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  • 2 ‘Quick read’ thermometers - that measure at least up to 95 deg C or 203 deg F. Note: you can use one thermometer but we prefer to use two, one for the lye water and one for the carrier oils (vegetable oils/fats);

  • An accurate electronic weighing scale (we use scales that are accurate to .1 Oz or 1 gram able to toggle between metric and imperial weights);

  • Wax paper / grease proof paper for lining your soap moulds (you’ll need masking tape to stick the paper to the walls and base of the mould);

  • Large stainless steel sauce-pan to melt your carrier oils in (for larger batches, we tend to use stainless steel stock pots, you can buy these on eBay or there are many online etailers);

  • Large, heat resistant glass jug / vessel (for your lye water);

  • Safety goggles;

  • Rubber gloves (Marigold type gloves work well);

  • Set of thick, old clothes;

  • Face mask (recommended to prevent fume inhalation but not essential provided you are working in a well-ventilated area with 1 or 2 windows open);

  • A couple of stirrers or spatulas (silicone works best);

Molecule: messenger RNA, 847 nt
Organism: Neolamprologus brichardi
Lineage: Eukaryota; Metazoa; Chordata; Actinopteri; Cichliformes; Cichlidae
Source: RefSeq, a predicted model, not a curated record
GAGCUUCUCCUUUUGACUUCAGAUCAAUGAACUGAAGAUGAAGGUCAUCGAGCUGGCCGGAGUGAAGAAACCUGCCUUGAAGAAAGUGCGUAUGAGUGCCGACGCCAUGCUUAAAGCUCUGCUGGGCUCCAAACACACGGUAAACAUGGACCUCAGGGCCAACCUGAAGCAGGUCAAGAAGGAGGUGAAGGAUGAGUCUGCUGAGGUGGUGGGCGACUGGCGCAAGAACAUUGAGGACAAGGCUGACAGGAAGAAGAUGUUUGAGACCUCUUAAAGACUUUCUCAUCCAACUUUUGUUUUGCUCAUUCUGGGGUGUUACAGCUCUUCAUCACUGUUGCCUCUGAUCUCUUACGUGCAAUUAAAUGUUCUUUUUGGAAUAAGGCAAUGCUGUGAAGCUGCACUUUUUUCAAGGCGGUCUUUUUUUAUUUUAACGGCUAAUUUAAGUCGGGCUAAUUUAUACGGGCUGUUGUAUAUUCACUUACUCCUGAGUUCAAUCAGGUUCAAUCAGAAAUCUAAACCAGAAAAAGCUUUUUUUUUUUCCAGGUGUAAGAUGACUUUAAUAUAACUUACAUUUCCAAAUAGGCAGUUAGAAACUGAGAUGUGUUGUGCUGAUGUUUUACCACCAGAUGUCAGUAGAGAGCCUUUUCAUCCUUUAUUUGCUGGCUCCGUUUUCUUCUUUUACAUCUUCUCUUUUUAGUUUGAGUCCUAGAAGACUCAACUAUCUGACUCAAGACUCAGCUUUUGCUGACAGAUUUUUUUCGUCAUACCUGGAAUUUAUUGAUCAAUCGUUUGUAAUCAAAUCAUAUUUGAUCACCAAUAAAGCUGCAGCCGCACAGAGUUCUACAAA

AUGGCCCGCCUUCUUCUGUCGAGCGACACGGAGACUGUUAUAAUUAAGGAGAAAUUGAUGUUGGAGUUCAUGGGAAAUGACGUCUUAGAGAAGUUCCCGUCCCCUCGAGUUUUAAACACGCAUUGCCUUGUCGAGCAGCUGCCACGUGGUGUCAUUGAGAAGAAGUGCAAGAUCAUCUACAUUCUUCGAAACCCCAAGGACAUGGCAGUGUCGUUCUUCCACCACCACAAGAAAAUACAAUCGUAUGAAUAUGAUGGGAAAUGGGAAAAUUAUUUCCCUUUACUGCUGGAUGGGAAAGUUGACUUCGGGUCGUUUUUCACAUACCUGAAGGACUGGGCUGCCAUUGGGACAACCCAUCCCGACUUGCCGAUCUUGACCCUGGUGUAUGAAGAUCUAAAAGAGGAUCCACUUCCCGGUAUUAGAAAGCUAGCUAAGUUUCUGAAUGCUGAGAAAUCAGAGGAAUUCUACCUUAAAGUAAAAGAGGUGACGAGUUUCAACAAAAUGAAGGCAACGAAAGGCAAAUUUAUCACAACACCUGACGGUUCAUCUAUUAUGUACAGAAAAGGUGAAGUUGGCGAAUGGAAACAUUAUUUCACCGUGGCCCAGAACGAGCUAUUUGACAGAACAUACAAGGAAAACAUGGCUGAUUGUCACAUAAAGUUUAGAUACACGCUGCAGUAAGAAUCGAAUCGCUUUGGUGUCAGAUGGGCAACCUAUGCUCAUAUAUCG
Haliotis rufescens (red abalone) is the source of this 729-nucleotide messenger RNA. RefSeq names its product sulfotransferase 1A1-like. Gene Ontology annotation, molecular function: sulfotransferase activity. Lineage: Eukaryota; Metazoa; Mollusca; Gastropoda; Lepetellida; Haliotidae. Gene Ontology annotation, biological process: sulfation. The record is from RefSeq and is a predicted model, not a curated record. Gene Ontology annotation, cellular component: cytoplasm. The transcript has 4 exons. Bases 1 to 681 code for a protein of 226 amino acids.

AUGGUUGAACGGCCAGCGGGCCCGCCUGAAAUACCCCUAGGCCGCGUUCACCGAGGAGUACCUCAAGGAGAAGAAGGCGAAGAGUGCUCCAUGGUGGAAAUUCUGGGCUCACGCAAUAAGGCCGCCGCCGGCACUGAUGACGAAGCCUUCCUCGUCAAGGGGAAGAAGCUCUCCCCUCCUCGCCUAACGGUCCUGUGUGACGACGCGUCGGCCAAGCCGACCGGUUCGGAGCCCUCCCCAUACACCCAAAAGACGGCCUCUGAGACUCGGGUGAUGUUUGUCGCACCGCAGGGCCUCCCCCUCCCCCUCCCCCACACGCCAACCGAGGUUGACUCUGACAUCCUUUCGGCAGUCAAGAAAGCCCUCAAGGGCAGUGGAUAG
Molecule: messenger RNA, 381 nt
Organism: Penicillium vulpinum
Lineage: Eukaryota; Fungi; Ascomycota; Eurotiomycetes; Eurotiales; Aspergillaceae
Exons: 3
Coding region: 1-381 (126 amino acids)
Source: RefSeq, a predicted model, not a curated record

• Water bath (if you have the luxury of allowing your lye water to cool down naturally – overnight for example – this is not necessary) – when making soap we aim to mix the lye water and oil at similar temperatures (between 90-100 deg C for most recipes) and make use of our heat source (hob) and a water bath with ice in it to regulate the temperatures more quickly. Your water bath can be your kitchen sink, or, if you have a large stainless steel, catering vessel this works equally well (before you start ensure that your stainless steel and glass containers fit in to your water bath). If you need to cool down your lye water or carrier oils simply place in the water bath and take regular readings until the temperature reaches the right level;

  • Plenty of newspaper to cover your kitchen table / work surface to prevent corrosion from splashes;

  • Moulds (here, almost anything will do – we’ve used shoe boxes, plastic CD boxes, wooden toy boxes, empty Pringles snack cans, old takeaway plastic food cartons, tin cans with the ends cut off (be careful when cutting off the end) etc. etc.

    Tip: for plastic/water resistant moulds, if you’re not sure what the volume of your mould is, fill it with water, take out your weighing scales, place a similar sized container on your scales, tare the scales (zero them) and then pour the water into the container on the scales. This will give you a good approximation of the volume by weight of your mould.
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